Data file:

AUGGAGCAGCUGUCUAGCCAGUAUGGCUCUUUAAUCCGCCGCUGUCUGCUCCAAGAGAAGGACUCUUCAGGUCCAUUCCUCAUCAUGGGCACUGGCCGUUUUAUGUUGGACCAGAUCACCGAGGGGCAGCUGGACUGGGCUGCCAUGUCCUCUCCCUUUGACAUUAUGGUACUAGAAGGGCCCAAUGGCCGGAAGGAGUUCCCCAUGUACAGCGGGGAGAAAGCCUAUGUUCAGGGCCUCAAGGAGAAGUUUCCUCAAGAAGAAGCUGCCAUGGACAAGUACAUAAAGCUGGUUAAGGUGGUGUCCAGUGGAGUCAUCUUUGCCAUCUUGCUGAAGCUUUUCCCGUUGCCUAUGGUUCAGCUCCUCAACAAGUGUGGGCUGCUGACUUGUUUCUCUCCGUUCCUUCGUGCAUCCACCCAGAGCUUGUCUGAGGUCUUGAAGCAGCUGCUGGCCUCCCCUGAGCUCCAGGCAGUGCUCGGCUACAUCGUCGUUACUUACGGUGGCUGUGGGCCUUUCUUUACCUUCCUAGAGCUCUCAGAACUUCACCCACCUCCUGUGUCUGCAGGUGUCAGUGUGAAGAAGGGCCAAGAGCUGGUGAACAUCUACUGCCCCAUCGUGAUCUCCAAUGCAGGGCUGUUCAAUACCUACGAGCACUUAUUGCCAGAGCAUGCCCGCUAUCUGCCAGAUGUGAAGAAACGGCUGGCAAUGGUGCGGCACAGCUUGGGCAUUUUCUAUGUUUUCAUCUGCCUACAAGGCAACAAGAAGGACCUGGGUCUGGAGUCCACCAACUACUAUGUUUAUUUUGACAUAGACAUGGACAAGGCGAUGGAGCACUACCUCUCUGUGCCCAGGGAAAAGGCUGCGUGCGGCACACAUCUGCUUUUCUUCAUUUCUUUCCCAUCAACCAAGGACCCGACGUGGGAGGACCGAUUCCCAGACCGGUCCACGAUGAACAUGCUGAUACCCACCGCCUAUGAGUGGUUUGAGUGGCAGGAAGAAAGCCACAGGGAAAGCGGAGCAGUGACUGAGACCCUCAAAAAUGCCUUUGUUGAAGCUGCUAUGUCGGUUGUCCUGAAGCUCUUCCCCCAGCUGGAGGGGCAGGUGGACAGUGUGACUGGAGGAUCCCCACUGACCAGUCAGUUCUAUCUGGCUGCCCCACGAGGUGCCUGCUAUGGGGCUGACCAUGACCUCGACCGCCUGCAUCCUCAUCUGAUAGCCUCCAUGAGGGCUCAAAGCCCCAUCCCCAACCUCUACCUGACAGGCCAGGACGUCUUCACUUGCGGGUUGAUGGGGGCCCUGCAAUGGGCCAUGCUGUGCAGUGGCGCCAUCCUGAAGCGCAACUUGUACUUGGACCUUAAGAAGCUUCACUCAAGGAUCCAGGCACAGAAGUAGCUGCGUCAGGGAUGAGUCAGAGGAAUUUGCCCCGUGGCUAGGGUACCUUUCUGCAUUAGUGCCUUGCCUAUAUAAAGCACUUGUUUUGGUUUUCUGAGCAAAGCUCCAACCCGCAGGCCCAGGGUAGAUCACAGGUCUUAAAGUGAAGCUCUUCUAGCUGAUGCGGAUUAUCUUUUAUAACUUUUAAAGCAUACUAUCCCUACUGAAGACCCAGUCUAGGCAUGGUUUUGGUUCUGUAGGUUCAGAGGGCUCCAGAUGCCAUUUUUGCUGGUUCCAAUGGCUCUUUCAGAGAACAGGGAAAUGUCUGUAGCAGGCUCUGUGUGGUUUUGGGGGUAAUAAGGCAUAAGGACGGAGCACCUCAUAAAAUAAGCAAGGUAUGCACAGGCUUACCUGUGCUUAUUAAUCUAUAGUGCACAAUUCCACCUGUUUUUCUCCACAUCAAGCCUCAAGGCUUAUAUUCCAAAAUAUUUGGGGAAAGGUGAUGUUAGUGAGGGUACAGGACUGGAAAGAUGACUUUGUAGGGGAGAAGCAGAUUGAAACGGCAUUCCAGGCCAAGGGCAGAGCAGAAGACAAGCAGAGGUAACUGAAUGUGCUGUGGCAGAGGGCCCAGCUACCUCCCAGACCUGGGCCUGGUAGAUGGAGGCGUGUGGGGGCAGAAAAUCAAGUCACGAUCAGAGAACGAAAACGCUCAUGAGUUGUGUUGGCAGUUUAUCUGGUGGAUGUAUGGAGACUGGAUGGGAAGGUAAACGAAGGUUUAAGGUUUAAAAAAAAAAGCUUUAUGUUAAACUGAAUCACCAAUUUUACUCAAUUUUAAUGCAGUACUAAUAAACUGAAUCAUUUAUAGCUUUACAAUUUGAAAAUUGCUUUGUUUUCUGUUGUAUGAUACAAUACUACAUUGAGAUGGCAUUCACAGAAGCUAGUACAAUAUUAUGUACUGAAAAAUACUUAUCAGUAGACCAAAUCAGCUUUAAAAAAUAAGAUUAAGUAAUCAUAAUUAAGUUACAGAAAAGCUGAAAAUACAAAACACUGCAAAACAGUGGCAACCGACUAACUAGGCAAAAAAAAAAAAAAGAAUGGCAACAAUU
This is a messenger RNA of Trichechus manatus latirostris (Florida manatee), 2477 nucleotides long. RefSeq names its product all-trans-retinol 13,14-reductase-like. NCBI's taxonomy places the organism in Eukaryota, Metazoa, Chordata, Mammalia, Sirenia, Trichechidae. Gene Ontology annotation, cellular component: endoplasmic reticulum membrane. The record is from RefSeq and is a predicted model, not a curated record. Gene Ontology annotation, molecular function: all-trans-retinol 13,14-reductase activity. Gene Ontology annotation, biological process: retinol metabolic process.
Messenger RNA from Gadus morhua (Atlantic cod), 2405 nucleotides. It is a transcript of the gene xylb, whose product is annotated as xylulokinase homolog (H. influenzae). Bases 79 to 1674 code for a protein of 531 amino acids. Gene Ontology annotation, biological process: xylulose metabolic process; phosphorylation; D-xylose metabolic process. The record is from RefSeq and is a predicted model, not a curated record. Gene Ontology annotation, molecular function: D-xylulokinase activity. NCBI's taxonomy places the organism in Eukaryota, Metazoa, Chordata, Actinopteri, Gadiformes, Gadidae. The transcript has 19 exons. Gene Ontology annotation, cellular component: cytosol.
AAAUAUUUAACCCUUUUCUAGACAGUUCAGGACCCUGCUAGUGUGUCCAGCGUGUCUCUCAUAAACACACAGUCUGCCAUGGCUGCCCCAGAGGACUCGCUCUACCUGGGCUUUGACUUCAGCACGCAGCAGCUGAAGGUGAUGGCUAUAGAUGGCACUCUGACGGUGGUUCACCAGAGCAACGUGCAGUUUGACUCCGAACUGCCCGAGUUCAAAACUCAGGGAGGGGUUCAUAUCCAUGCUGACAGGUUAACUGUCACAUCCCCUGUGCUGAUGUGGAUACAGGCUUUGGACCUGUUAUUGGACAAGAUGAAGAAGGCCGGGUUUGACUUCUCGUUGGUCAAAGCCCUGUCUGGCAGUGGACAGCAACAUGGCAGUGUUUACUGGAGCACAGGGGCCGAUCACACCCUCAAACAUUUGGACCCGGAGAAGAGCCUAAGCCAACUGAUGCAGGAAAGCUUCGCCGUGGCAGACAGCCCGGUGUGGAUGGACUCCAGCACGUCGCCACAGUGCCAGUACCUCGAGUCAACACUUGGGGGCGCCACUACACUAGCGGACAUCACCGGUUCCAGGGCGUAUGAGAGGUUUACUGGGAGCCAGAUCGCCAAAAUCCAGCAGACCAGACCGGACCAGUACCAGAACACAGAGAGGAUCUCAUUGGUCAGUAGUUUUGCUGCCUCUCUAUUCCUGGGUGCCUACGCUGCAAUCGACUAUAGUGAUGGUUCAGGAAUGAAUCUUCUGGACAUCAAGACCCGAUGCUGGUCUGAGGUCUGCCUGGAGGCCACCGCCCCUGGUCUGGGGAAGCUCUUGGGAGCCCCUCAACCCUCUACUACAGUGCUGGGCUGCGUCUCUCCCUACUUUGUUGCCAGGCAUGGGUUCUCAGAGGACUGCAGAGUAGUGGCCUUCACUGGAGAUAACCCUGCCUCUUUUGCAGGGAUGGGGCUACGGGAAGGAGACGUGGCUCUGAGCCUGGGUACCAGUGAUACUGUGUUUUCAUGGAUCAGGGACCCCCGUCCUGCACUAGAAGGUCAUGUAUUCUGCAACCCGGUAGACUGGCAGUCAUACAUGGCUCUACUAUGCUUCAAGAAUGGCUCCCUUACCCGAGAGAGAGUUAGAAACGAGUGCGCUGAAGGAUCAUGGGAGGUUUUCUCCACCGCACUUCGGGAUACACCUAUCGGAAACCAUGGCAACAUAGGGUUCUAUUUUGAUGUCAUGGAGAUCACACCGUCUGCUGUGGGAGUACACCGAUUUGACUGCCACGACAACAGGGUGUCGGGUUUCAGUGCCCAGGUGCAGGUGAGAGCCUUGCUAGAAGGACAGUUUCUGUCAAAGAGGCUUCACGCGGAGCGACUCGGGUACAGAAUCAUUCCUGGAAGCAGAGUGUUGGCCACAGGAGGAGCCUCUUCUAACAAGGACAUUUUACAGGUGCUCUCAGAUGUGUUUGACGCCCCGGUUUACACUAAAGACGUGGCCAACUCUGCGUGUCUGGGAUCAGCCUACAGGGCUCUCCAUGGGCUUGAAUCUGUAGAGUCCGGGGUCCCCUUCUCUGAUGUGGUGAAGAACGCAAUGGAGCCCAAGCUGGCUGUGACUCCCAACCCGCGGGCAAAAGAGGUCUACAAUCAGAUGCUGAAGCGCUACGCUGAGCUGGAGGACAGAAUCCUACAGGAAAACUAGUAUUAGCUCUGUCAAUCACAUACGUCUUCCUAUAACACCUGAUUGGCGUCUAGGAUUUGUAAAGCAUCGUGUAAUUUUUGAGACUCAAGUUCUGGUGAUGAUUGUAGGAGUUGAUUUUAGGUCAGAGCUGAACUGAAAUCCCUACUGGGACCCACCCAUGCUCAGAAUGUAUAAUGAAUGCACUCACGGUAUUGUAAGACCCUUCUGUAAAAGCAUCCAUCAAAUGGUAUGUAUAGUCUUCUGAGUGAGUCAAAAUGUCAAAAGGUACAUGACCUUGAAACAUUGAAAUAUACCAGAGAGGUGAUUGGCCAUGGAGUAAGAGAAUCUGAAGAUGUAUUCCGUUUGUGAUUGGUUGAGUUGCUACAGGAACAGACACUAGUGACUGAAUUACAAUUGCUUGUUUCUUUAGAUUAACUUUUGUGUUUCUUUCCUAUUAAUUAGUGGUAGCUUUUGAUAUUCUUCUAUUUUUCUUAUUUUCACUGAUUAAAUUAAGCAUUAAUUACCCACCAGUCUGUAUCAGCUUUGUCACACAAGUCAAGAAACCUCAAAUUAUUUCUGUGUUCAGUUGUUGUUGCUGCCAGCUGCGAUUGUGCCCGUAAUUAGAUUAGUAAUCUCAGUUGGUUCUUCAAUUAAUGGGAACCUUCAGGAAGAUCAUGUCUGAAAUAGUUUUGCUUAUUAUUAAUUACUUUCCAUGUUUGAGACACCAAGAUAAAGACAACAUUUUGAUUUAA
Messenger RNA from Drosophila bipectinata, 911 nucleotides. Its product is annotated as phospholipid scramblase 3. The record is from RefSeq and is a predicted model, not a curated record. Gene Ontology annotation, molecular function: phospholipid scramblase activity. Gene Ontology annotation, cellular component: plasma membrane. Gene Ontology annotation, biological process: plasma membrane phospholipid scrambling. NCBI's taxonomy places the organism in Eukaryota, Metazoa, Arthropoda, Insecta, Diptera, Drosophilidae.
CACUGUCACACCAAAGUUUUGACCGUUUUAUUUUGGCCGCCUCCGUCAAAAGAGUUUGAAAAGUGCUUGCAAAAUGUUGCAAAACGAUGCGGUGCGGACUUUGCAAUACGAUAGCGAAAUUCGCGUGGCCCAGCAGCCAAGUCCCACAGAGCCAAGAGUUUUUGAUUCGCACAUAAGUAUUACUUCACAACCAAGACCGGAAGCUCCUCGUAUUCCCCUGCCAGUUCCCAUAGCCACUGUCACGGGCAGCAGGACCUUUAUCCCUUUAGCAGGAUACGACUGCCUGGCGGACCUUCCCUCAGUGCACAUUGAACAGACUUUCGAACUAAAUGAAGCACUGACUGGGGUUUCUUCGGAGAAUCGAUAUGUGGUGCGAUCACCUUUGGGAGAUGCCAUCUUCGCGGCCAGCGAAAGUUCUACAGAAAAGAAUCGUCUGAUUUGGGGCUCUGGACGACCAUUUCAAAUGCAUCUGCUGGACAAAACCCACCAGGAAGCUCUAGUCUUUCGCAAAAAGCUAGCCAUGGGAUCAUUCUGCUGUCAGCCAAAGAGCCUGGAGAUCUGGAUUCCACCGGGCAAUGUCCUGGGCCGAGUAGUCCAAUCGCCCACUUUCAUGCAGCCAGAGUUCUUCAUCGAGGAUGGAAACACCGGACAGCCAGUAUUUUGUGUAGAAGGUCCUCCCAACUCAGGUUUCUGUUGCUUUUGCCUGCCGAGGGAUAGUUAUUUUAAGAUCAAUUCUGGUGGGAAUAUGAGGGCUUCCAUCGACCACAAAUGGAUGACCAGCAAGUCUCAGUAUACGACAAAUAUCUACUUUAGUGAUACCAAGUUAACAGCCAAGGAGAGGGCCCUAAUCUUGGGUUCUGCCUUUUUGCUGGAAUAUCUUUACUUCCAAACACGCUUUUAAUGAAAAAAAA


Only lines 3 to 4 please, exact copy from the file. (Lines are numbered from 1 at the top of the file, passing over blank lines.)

Messenger RNA from Gadus morhua (Atlantic cod), 2405 nucleotides. It is a transcript of the gene xylb, whose product is annotated as xylulokinase homolog (H. influenzae). Bases 79 to 1674 code for a protein of 531 amino acids. Gene Ontology annotation, biological process: xylulose metabolic process; phosphorylation; D-xylose metabolic process. The record is from RefSeq and is a predicted model, not a curated record. Gene Ontology annotation, molecular function: D-xylulokinase activity. NCBI's taxonomy places the organism in Eukaryota, Metazoa, Chordata, Actinopteri, Gadiformes, Gadidae. The transcript has 19 exons. Gene Ontology annotation, cellular component: cytosol.
AAAUAUUUAACCCUUUUCUAGACAGUUCAGGACCCUGCUAGUGUGUCCAGCGUGUCUCUCAUAAACACACAGUCUGCCAUGGCUGCCCCAGAGGACUCGCUCUACCUGGGCUUUGACUUCAGCACGCAGCAGCUGAAGGUGAUGGCUAUAGAUGGCACUCUGACGGUGGUUCACCAGAGCAACGUGCAGUUUGACUCCGAACUGCCCGAGUUCAAAACUCAGGGAGGGGUUCAUAUCCAUGCUGACAGGUUAACUGUCACAUCCCCUGUGCUGAUGUGGAUACAGGCUUUGGACCUGUUAUUGGACAAGAUGAAGAAGGCCGGGUUUGACUUCUCGUUGGUCAAAGCCCUGUCUGGCAGUGGACAGCAACAUGGCAGUGUUUACUGGAGCACAGGGGCCGAUCACACCCUCAAACAUUUGGACCCGGAGAAGAGCCUAAGCCAACUGAUGCAGGAAAGCUUCGCCGUGGCAGACAGCCCGGUGUGGAUGGACUCCAGCACGUCGCCACAGUGCCAGUACCUCGAGUCAACACUUGGGGGCGCCACUACACUAGCGGACAUCACCGGUUCCAGGGCGUAUGAGAGGUUUACUGGGAGCCAGAUCGCCAAAAUCCAGCAGACCAGACCGGACCAGUACCAGAACACAGAGAGGAUCUCAUUGGUCAGUAGUUUUGCUGCCUCUCUAUUCCUGGGUGCCUACGCUGCAAUCGACUAUAGUGAUGGUUCAGGAAUGAAUCUUCUGGACAUCAAGACCCGAUGCUGGUCUGAGGUCUGCCUGGAGGCCACCGCCCCUGGUCUGGGGAAGCUCUUGGGAGCCCCUCAACCCUCUACUACAGUGCUGGGCUGCGUCUCUCCCUACUUUGUUGCCAGGCAUGGGUUCUCAGAGGACUGCAGAGUAGUGGCCUUCACUGGAGAUAACCCUGCCUCUUUUGCAGGGAUGGGGCUACGGGAAGGAGACGUGGCUCUGAGCCUGGGUACCAGUGAUACUGUGUUUUCAUGGAUCAGGGACCCCCGUCCUGCACUAGAAGGUCAUGUAUUCUGCAACCCGGUAGACUGGCAGUCAUACAUGGCUCUACUAUGCUUCAAGAAUGGCUCCCUUACCCGAGAGAGAGUUAGAAACGAGUGCGCUGAAGGAUCAUGGGAGGUUUUCUCCACCGCACUUCGGGAUACACCUAUCGGAAACCAUGGCAACAUAGGGUUCUAUUUUGAUGUCAUGGAGAUCACACCGUCUGCUGUGGGAGUACACCGAUUUGACUGCCACGACAACAGGGUGUCGGGUUUCAGUGCCCAGGUGCAGGUGAGAGCCUUGCUAGAAGGACAGUUUCUGUCAAAGAGGCUUCACGCGGAGCGACUCGGGUACAGAAUCAUUCCUGGAAGCAGAGUGUUGGCCACAGGAGGAGCCUCUUCUAACAAGGACAUUUUACAGGUGCUCUCAGAUGUGUUUGACGCCCCGGUUUACACUAAAGACGUGGCCAACUCUGCGUGUCUGGGAUCAGCCUACAGGGCUCUCCAUGGGCUUGAAUCUGUAGAGUCCGGGGUCCCCUUCUCUGAUGUGGUGAAGAACGCAAUGGAGCCCAAGCUGGCUGUGACUCCCAACCCGCGGGCAAAAGAGGUCUACAAUCAGAUGCUGAAGCGCUACGCUGAGCUGGAGGACAGAAUCCUACAGGAAAACUAGUAUUAGCUCUGUCAAUCACAUACGUCUUCCUAUAACACCUGAUUGGCGUCUAGGAUUUGUAAAGCAUCGUGUAAUUUUUGAGACUCAAGUUCUGGUGAUGAUUGUAGGAGUUGAUUUUAGGUCAGAGCUGAACUGAAAUCCCUACUGGGACCCACCCAUGCUCAGAAUGUAUAAUGAAUGCACUCACGGUAUUGUAAGACCCUUCUGUAAAAGCAUCCAUCAAAUGGUAUGUAUAGUCUUCUGAGUGAGUCAAAAUGUCAAAAGGUACAUGACCUUGAAACAUUGAAAUAUACCAGAGAGGUGAUUGGCCAUGGAGUAAGAGAAUCUGAAGAUGUAUUCCGUUUGUGAUUGGUUGAGUUGCUACAGGAACAGACACUAGUGACUGAAUUACAAUUGCUUGUUUCUUUAGAUUAACUUUUGUGUUUCUUUCCUAUUAAUUAGUGGUAGCUUUUGAUAUUCUUCUAUUUUUCUUAUUUUCACUGAUUAAAUUAAGCAUUAAUUACCCACCAGUCUGUAUCAGCUUUGUCACACAAGUCAAGAAACCUCAAAUUAUUUCUGUGUUCAGUUGUUGUUGCUGCCAGCUGCGAUUGUGCCCGUAAUUAGAUUAGUAAUCUCAGUUGGUUCUUCAAUUAAUGGGAACCUUCAGGAAGAUCAUGUCUGAAAUAGUUUUGCUUAUUAUUAAUUACUUUCCAUGUUUGAGACACCAAGAUAAAGACAACAUUUUGAUUUAA